Updated: Mar 31
✦ Gerard Byrne (Ged) is the head of operations at the Australian International Aviation College (AIAC) RTO: 45675, a flying training organisation specialising in Integrated Flight Training based at Port Macquarie Airport.
One big benefit of AIAC is that they offer diploma courses under the RTO structure.
Most of the larger flying schools in Australia are Registered Training Offices (RTO’s), therefore they can offer a diploma in Flying under the Skills Network. AIAC’s primary market has been the Chinese market. But moving forward, if the pandemic taught them anything it’s don't put all your eggs in one basket.
So, while the Chinese market will continue to be a valuable one, AIAC is also keen to enrol both domestic and other international self-funded students.
International students can enrol individually through the Commonwealth Register of Institutions and Courses for Overseas Students (CRICOS) system and obtain a visa and come study with us as a self-funded student.
Ged's job at AIAC has one big advantage - being based in beautiful Port Macquarie
“What a beautiful place to fly,” he said. “As far as I am concerned, it’s one of the prettiest places to get on an airplane in Australia.” He has been with the company for almost 12 years.
Port Macquarie is one of the sought-after locations on the East Coast of Australia, located about 1 hour (flying time) north of Sydney. It is a fast growing, gorgeous seaside town surrounded by spectacular hinterland. Port Macquarie is an ideal place for young adults and families to live, learn and play.
Australia has always had a fairly small market for commercial pilots, but COVID made it smaller
When you look at the numbers, back in 2019 when things were running really well, there were only just over 1000 Commercial Pilot Licences issued for that year in the country, and 100 of those were from AIAC.
That was pre-COVID when there were international students. Becoming a pilot was a growth career path, on a steadily rising curve. The pandemic caused a road bump.
COVID affected AIAC, with business declining at a rapid rate for two years until they had to eventually suspend operations late in 2020
Now they are reopening to accept local and overseas students seeking Commercial Pilot licenses and Instrument Ratings.
COVID obviously put Ged in an unenviable position where he had to lay off a lot of staff. At the moment they are back to the core group of four working instructors, a safety manager, CEO, admin staff, plus a maintenance facility. Ged is confident that the improving aviation environment will require a significant investment in more instructors and support staff.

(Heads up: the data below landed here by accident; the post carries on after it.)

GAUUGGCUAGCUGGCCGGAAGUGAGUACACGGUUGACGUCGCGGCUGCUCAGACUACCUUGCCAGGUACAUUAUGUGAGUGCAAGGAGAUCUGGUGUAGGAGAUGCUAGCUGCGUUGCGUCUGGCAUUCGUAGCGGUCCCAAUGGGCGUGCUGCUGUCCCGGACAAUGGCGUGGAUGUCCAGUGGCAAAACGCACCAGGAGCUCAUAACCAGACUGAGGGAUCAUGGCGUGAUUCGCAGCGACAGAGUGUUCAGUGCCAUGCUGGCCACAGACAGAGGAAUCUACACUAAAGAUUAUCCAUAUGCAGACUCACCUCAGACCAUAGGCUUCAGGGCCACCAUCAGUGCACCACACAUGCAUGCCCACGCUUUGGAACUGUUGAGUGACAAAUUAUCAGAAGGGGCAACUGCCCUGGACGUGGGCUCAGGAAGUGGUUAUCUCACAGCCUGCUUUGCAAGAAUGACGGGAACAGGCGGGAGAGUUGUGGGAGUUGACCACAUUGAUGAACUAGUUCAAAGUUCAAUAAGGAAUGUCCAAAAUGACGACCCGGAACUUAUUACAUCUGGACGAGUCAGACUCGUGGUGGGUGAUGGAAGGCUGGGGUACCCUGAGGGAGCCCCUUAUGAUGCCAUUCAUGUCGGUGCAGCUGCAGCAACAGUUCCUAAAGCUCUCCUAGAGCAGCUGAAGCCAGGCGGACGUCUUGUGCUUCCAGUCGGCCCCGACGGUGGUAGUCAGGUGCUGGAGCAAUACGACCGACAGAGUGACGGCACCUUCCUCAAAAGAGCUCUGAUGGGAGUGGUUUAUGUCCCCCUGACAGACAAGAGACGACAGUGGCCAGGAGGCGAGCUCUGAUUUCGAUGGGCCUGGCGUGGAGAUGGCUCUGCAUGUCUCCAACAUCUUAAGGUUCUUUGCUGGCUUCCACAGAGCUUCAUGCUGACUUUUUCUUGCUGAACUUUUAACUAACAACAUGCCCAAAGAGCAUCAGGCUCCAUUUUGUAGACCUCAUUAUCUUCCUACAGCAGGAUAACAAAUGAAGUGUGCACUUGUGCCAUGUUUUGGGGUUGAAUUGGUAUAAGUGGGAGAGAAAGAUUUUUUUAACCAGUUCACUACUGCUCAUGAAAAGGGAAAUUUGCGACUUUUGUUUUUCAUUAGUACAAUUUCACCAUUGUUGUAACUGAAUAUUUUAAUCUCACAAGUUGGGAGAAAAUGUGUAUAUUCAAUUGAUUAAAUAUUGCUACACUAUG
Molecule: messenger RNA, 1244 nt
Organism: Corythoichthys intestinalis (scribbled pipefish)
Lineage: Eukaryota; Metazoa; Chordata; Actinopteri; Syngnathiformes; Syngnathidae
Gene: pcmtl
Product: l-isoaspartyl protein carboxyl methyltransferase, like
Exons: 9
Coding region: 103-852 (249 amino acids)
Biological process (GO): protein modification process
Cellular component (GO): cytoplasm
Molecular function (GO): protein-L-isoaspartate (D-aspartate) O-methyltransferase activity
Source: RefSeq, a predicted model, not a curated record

Talking about the future of aviation Ged told us, “I think COVID has changed the ballpark a little bit in that there's been a lot of forced redundancies in the industry. We already had an age top heavy pilot demographic, a lot of those senior pilots were getting towards the typical retirement age. The shutdowns resulting from the pandemic led to many pilots taking early retirement.
“Unfortunately COVID did really hit this local community and a lot of our young people especially. I'm pleased to report that all of those people have gone on and found another position, not necessarily in aviation, but elsewhere. And, again, the future looks good for those people because there's going to be all those gaps that will need to be filled fairly quickly. And so having that training and qualification, the youth is in a good position.”
There's always going to be demand for professional pilots at any age
As aviation businesses start opening up again these positions will again open. There is a hole now for younger pilots to move into. “I think the future looks really good, provided we can keep a lid on all of these lockdowns and we can keep borders open and people flowing through airports,” Ged said.
AIAC can start people in their Professional Course from 18 years of age. Age isn’t a barrier, but medical requirements do get more rigorous from age 45 onwards.
AIAC has been training students for over 30 years, and many of their cadets have gone on to fly with major airlines in Australia and Overseas
Since 2014, AIAC has specialised in training foreign students and is registered under both the Civil Aviation Safety Authority of Australia (CASA) and the Civil Aviation Administration of China (CAAC). AIAC offers Nationally Accredited courses to Domestic and International students under the Australian Quality Framework (AQF), the RTO Standards and Commonwealth Register of Institutions and Courses for Overseas Students (CRICOS) regulations.
You can find them on the Study Australia website or head to www.aiacollege.com.au for more information.
You may have questions and concerns about the Aviation Industry and the potential to find work after your studies given the current challenges. AIAC hope to reassure you that now is the perfect time to start your pilot training as the market continues to improve and demand for pilots increases.